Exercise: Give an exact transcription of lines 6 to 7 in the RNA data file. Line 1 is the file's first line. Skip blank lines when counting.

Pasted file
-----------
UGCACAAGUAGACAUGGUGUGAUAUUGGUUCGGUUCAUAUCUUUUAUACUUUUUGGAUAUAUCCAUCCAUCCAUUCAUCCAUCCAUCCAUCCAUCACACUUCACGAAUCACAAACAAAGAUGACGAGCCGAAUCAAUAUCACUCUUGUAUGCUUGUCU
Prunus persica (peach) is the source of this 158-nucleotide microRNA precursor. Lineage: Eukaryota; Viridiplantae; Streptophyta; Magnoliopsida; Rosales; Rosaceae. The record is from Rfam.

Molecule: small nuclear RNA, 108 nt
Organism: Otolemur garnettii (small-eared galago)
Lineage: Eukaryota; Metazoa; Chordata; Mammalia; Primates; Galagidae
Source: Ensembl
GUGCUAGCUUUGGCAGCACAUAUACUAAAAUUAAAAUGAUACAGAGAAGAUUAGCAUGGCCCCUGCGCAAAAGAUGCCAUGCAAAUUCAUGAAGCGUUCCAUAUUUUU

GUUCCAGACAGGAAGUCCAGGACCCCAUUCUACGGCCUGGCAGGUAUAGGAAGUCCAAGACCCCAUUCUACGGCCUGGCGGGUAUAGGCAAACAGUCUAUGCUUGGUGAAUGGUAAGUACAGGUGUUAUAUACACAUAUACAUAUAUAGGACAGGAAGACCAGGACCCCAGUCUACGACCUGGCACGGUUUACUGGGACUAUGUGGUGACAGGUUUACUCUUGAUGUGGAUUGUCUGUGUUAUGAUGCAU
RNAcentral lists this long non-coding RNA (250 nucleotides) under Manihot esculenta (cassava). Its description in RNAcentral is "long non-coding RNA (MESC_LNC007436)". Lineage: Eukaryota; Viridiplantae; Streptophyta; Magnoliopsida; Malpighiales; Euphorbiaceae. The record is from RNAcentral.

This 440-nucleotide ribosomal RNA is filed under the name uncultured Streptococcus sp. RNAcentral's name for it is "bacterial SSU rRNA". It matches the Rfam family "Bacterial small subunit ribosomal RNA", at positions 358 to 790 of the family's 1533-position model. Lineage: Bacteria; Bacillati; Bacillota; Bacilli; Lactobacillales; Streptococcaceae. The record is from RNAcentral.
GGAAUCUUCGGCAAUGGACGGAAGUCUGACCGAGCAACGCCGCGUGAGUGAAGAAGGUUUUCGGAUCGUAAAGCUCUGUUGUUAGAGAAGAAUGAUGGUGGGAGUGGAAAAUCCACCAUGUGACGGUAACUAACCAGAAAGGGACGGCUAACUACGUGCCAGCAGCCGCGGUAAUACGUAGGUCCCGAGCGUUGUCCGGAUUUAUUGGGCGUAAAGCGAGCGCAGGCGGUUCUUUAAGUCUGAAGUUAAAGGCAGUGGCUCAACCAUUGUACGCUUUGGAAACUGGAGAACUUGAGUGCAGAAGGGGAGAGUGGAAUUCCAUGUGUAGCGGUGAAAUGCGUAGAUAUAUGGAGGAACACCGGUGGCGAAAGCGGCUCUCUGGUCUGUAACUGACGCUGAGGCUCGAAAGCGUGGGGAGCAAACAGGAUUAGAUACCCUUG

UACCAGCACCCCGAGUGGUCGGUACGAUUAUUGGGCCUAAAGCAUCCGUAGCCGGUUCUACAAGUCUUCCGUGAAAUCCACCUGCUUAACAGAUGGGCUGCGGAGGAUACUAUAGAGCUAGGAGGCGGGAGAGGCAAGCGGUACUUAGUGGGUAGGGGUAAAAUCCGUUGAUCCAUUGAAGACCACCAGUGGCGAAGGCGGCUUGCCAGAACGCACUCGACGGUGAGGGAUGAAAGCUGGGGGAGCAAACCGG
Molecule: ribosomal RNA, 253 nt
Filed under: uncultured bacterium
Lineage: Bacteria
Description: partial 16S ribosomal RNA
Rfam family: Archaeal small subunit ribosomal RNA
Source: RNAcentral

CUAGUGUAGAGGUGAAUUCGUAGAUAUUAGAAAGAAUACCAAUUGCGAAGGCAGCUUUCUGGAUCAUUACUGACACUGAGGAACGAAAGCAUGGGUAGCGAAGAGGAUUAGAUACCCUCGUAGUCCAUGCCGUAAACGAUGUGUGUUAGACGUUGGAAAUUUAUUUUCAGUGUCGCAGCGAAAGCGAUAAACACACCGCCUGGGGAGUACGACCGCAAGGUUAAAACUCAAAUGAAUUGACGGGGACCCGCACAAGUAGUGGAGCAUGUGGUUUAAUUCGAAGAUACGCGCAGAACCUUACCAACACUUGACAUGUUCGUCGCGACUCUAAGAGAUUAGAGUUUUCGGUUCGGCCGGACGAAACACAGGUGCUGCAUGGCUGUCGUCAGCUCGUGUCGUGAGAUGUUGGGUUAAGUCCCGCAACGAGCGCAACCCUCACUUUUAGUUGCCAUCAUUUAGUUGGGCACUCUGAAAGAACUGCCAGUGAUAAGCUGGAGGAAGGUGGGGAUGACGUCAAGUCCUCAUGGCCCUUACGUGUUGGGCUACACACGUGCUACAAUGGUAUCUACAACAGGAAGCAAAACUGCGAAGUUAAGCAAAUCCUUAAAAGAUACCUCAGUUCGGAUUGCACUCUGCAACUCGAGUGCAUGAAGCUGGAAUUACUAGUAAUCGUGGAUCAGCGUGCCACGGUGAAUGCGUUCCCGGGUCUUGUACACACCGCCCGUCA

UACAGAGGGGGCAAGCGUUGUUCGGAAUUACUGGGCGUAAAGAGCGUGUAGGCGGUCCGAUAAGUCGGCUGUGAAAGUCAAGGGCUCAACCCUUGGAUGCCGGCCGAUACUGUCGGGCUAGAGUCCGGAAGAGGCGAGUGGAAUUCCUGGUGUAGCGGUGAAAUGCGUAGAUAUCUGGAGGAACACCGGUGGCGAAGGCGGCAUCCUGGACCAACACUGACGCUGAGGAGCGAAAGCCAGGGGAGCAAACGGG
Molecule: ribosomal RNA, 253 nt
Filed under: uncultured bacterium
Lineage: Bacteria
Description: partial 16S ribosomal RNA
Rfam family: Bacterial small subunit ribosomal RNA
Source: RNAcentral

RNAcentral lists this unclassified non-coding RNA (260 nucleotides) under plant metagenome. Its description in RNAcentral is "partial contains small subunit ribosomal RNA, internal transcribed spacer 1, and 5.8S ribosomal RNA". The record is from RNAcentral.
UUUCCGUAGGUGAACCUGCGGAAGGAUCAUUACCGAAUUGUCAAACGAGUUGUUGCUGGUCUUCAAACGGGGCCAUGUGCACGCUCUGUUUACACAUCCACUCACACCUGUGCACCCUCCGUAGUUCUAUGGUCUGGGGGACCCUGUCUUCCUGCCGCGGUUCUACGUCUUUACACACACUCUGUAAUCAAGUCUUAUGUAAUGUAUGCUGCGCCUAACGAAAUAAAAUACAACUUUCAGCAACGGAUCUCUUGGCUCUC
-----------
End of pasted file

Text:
Source: Ensembl
GUGCUAGCUUUGGCAGCACAUAUACUAAAAUUAAAAUGAUACAGAGAAGAUUAGCAUGGCCCCUGCGCAAAAGAUGCCAUGCAAAUUCAUGAAGCGUUCCAUAUUUUU